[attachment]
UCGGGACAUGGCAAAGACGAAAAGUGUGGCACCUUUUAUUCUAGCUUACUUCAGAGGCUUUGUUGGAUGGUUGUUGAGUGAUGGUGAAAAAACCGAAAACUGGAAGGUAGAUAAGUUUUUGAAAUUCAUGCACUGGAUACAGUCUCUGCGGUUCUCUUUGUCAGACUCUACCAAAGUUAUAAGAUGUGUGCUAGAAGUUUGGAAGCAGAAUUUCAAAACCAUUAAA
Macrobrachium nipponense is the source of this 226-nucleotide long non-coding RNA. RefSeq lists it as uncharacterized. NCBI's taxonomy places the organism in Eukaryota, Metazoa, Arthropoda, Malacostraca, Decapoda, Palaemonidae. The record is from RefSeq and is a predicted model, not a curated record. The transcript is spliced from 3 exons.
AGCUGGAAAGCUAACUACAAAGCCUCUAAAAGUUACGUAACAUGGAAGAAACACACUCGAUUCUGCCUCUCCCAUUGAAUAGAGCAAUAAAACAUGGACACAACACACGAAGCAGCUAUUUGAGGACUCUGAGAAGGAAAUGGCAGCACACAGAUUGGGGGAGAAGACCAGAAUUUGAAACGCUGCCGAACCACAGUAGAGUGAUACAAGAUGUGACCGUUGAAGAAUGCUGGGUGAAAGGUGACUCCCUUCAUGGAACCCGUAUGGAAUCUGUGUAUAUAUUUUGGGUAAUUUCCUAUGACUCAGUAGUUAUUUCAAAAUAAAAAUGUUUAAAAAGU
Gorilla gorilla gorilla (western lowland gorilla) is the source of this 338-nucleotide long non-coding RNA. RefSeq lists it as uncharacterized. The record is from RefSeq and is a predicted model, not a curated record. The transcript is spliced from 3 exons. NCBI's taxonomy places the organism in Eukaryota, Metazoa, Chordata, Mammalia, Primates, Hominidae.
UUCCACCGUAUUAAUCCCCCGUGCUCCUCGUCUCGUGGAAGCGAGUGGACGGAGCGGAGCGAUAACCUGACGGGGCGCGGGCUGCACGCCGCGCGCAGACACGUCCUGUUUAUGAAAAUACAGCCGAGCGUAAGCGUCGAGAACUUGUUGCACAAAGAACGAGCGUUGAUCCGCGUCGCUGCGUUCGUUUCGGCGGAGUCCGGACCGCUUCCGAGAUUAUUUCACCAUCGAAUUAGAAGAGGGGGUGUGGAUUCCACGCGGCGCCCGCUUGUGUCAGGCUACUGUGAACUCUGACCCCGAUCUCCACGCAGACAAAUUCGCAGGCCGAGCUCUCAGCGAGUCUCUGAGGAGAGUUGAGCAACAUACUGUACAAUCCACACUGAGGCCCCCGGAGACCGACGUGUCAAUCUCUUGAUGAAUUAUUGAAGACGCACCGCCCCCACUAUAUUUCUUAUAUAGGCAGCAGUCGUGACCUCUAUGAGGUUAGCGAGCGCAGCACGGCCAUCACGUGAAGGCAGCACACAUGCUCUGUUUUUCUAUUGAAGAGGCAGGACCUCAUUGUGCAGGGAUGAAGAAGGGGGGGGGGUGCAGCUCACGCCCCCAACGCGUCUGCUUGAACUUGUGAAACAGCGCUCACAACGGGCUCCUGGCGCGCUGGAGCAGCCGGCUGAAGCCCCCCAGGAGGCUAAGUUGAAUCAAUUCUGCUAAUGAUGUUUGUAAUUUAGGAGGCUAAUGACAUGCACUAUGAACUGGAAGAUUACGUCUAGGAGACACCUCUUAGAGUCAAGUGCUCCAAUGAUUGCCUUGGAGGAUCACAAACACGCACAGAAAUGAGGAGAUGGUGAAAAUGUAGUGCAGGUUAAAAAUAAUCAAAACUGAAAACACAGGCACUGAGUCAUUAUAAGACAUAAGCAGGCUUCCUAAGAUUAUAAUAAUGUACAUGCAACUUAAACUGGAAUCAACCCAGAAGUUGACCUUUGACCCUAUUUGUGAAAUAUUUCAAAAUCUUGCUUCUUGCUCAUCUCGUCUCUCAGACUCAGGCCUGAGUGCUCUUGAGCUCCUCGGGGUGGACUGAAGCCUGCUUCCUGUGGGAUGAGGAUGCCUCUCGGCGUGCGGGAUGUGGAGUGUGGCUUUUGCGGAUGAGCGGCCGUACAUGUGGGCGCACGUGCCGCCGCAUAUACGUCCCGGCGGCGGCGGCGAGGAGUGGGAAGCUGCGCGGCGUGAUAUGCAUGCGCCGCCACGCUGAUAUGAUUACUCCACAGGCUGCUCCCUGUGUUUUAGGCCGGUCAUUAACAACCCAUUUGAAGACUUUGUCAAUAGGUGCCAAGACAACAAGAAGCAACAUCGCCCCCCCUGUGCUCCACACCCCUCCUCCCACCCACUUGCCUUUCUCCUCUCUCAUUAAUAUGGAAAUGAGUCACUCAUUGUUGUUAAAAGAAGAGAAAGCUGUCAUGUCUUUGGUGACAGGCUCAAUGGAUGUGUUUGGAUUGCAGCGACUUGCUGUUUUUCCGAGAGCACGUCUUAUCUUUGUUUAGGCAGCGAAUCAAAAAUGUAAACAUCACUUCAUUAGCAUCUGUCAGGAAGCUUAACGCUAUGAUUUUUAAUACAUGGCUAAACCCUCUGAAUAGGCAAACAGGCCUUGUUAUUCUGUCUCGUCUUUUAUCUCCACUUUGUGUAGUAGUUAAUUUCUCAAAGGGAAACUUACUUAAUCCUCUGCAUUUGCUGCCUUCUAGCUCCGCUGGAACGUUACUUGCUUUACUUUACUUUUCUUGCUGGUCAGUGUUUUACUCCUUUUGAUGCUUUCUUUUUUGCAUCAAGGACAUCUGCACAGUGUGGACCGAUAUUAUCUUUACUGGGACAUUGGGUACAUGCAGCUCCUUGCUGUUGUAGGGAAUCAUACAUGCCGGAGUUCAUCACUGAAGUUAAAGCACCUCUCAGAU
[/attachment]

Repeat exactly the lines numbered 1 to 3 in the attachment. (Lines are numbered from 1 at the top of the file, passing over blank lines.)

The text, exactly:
UCGGGACAUGGCAAAGACGAAAAGUGUGGCACCUUUUAUUCUAGCUUACUUCAGAGGCUUUGUUGGAUGGUUGUUGAGUGAUGGUGAAAAAACCGAAAACUGGAAGGUAGAUAAGUUUUUGAAAUUCAUGCACUGGAUACAGUCUCUGCGGUUCUCUUUGUCAGACUCUACCAAAGUUAUAAGAUGUGUGCUAGAAGUUUGGAAGCAGAAUUUCAAAACCAUUAAA
Macrobrachium nipponense is the source of this 226-nucleotide long non-coding RNA. RefSeq lists it as uncharacterized. NCBI's taxonomy places the organism in Eukaryota, Metazoa, Arthropoda, Malacostraca, Decapoda, Palaemonidae. The record is from RefSeq and is a predicted model, not a curated record. The transcript is spliced from 3 exons.
AGCUGGAAAGCUAACUACAAAGCCUCUAAAAGUUACGUAACAUGGAAGAAACACACUCGAUUCUGCCUCUCCCAUUGAAUAGAGCAAUAAAACAUGGACACAACACACGAAGCAGCUAUUUGAGGACUCUGAGAAGGAAAUGGCAGCACACAGAUUGGGGGAGAAGACCAGAAUUUGAAACGCUGCCGAACCACAGUAGAGUGAUACAAGAUGUGACCGUUGAAGAAUGCUGGGUGAAAGGUGACUCCCUUCAUGGAACCCGUAUGGAAUCUGUGUAUAUAUUUUGGGUAAUUUCCUAUGACUCAGUAGUUAUUUCAAAAUAAAAAUGUUUAAAAAGU